Monday, October 15, 2012
The Lady of the Rivers by Phillipa Gregory
Descended from Melusina, the river goddess, Jacquetta always has had the gift of second sight. As a child visiting her uncle, she met his prisoner, Joan of Arc, and saw her own power reflected in the young woman accused of witchcraft. They share the mystery of the tarot card of the wheel of fortune before Joan is taken to a horrific death at the hands of the English rulers of France. Jacquetta understands the danger for a woman who dares to dream.
Jacquetta is married to the Duke of Bedford, English regent of France, and he introduces her to a mysterious world of learning and alchemy. Her only friend in the great household is the duke’s squire Richard Woodville, who is at her side when the duke’s death leaves her a wealthy young widow. The two become lovers and marry in secret, returning to England to serve at the court of the young King Henry VI, where Jacquetta becomes a close and loyal friend to his new queen.
The Woodvilles soon achieve a place at the very heart of the Lancaster court, though Jacquetta can sense the growing threat from the people of England and the danger of royal rivals. Not even their courage and loyalty can keep the House of Lancaster on the throne. Henry the king slides into a mysterious sleep; Margaret the queen turns to untrustworthy favorites for help; and Richard, Duke of York, threatens to overturn the whole kingdom for his rival dynasty.
Jacquetta fights for her king, her queen, and for her daughter Elizabeth for whom Jacquetta can sense an extraordinary and unexpected future: a change of fortune, the throne of England, and the white rose of York.
Don't bother reading the novel, just read the synopsis above from Goodreads.com and you, basically, have all the important parts of the story.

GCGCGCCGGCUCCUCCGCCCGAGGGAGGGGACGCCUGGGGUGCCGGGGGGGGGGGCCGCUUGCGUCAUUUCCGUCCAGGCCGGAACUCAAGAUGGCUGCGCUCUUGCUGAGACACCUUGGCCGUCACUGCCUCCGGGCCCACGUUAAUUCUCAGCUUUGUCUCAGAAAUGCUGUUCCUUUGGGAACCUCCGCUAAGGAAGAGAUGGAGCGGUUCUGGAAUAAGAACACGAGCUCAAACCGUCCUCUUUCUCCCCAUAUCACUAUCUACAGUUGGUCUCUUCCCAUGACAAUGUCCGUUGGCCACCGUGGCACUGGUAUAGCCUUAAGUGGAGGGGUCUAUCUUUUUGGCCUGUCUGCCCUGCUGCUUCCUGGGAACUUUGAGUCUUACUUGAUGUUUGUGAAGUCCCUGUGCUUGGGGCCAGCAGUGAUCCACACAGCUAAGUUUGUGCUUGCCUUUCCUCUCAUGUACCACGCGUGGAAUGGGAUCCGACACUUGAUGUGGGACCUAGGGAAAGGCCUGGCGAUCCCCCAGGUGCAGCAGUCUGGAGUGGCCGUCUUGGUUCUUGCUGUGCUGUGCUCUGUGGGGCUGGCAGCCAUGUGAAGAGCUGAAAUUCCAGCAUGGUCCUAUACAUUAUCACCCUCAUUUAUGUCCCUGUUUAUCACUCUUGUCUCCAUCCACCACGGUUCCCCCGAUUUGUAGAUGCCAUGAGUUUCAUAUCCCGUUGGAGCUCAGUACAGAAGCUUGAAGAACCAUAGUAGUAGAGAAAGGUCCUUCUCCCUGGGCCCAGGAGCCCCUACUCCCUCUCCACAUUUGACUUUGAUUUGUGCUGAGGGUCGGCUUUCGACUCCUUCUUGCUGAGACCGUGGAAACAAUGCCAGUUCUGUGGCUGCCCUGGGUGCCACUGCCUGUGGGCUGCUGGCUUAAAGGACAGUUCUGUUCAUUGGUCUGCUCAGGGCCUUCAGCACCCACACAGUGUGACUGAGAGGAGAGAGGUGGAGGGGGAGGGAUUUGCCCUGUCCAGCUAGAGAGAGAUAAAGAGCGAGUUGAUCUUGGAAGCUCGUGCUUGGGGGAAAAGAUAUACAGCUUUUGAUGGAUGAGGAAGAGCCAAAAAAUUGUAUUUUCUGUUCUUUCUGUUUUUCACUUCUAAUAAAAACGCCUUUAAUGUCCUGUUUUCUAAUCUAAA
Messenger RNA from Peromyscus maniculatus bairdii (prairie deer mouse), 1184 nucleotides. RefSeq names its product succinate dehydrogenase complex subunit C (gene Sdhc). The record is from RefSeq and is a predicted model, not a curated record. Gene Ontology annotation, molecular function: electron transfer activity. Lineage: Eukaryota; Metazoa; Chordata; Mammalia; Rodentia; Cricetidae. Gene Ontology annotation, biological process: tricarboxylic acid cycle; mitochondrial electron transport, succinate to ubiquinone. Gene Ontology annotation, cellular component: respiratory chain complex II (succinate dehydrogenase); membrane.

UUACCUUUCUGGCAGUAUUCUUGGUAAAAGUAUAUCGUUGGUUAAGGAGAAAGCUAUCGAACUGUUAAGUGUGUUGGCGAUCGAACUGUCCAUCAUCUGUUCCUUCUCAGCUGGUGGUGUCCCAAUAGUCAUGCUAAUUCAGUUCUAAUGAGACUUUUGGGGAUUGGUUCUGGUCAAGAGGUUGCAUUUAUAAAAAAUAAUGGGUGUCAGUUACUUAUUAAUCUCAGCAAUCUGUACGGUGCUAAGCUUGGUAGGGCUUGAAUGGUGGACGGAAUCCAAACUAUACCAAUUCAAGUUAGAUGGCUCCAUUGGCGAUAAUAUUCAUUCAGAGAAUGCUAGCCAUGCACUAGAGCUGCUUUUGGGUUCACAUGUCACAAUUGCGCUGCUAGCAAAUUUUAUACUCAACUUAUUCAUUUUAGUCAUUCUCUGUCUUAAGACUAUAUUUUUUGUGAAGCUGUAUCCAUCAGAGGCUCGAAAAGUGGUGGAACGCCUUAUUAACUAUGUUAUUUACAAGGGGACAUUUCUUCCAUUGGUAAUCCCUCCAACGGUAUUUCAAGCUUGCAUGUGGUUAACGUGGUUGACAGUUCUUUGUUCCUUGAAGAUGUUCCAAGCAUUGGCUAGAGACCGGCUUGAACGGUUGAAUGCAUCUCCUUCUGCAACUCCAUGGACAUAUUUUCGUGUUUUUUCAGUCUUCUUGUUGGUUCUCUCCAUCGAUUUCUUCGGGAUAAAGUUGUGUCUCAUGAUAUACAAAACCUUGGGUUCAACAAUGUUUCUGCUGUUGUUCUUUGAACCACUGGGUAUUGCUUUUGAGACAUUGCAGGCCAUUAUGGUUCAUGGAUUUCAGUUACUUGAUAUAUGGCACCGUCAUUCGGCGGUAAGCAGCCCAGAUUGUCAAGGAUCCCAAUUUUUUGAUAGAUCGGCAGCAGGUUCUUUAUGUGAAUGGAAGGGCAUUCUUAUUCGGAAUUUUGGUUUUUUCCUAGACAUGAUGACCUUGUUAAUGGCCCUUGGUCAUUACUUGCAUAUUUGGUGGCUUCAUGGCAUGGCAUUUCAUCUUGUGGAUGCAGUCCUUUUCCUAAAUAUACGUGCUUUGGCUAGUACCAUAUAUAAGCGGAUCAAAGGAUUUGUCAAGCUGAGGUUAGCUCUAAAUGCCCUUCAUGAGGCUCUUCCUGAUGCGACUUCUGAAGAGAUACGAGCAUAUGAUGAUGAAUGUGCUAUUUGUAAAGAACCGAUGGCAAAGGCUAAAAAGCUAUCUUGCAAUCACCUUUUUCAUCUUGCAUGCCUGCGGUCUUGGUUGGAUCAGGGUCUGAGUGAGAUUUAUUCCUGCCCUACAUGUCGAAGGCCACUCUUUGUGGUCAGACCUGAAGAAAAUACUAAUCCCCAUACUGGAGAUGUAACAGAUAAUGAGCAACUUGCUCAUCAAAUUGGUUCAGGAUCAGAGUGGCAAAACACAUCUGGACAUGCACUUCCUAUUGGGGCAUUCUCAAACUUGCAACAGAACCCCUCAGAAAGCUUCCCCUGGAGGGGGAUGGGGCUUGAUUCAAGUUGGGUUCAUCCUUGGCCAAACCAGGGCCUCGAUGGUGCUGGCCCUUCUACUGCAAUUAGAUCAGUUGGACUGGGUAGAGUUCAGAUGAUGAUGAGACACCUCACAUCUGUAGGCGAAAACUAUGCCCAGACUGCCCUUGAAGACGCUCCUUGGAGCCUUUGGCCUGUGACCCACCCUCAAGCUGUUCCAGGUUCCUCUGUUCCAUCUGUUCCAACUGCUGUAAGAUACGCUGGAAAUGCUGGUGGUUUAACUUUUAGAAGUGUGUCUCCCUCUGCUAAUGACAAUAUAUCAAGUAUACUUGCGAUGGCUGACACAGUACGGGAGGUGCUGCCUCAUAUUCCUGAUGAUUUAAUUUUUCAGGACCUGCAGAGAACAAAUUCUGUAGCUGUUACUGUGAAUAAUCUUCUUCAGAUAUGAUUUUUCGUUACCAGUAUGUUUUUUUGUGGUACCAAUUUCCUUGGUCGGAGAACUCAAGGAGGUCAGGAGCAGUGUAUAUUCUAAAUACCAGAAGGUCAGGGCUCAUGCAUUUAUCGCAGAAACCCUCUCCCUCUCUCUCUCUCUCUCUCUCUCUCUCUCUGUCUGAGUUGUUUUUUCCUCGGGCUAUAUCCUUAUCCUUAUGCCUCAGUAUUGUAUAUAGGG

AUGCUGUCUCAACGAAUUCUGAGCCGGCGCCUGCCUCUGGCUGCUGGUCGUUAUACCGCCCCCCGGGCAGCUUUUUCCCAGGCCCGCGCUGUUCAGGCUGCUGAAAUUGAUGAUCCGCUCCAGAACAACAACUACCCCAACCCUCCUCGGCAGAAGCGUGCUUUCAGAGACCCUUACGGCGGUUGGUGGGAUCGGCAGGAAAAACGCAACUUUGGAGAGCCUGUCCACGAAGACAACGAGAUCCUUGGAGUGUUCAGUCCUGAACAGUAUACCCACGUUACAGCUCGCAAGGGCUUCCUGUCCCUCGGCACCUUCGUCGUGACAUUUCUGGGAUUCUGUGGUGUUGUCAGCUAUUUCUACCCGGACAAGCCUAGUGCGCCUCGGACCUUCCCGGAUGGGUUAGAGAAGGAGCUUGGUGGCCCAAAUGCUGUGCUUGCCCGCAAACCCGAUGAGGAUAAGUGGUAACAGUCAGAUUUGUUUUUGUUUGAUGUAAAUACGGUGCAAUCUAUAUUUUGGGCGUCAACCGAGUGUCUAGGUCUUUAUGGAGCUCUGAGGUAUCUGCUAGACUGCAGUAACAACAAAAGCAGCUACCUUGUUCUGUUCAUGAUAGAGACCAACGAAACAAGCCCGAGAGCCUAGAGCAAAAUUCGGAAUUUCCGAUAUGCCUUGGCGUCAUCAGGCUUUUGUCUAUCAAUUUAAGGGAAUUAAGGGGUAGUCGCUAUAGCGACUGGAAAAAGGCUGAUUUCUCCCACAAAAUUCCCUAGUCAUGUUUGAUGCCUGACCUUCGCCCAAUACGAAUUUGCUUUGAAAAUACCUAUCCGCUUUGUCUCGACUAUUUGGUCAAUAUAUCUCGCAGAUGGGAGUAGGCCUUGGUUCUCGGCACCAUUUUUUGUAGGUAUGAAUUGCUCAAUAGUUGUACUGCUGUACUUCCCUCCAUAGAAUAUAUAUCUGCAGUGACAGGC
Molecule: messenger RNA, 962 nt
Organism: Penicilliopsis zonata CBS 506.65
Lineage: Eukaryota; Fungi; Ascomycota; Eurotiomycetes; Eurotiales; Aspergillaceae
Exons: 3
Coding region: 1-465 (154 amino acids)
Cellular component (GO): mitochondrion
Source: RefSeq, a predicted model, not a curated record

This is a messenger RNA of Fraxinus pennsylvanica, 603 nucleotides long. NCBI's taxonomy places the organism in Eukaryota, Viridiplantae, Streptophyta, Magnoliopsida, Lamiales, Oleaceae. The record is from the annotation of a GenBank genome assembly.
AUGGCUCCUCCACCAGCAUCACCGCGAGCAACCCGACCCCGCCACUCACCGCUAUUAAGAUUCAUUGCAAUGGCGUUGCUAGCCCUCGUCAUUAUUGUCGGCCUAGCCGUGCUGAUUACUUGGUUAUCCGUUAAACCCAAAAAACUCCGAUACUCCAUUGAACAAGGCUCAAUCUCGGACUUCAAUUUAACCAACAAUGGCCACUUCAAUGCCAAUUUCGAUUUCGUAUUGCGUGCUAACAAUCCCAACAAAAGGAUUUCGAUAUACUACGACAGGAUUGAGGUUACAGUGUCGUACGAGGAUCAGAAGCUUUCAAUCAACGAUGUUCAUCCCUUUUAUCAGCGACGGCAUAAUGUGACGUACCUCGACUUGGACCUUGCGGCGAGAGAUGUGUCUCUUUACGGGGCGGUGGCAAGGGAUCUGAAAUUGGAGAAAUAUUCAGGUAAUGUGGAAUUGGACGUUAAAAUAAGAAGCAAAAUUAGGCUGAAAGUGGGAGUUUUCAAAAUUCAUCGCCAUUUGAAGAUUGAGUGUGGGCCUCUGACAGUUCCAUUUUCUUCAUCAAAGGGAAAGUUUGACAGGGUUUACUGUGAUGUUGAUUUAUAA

Being a fan of Philippa Gregory's writing in general, I was looking forward to the third installment of the "War of the Roses" (or The Cousin's war) series. The first and second books were interesting historical stories showing the war from the two sides of the battle but this book seemed quite pointless to the whole series.
You knew the outcome of each battle scene having read it twice already in the first two books, so I ended up speed reading through those parts, which I hate to do in a book. I don't feel like it added anything to my understanding of the battle for the crown in this period.
Had she written this story about Jacquetta as a stand alone novel focusing on just her life and not the War of the Roses, then it would have been a very interesting read. It all felt like the author was trying to stretch out limited information about this subject into her normal length of novel.
It was, of course, beautifully written and laid out, in normal PG style but it just lacked oomph and substance. As for the fourth book in the series, well I don't think I will bother as it will be like reading the same books all over again just from a different person.
Shame really as she managed to make each and every one of her Tudor series novels be strong and interesting in their own right but this one just did not work for me. Only a poor 2 out of 5 stars for me and that is purely for the writing style and nothing for the story.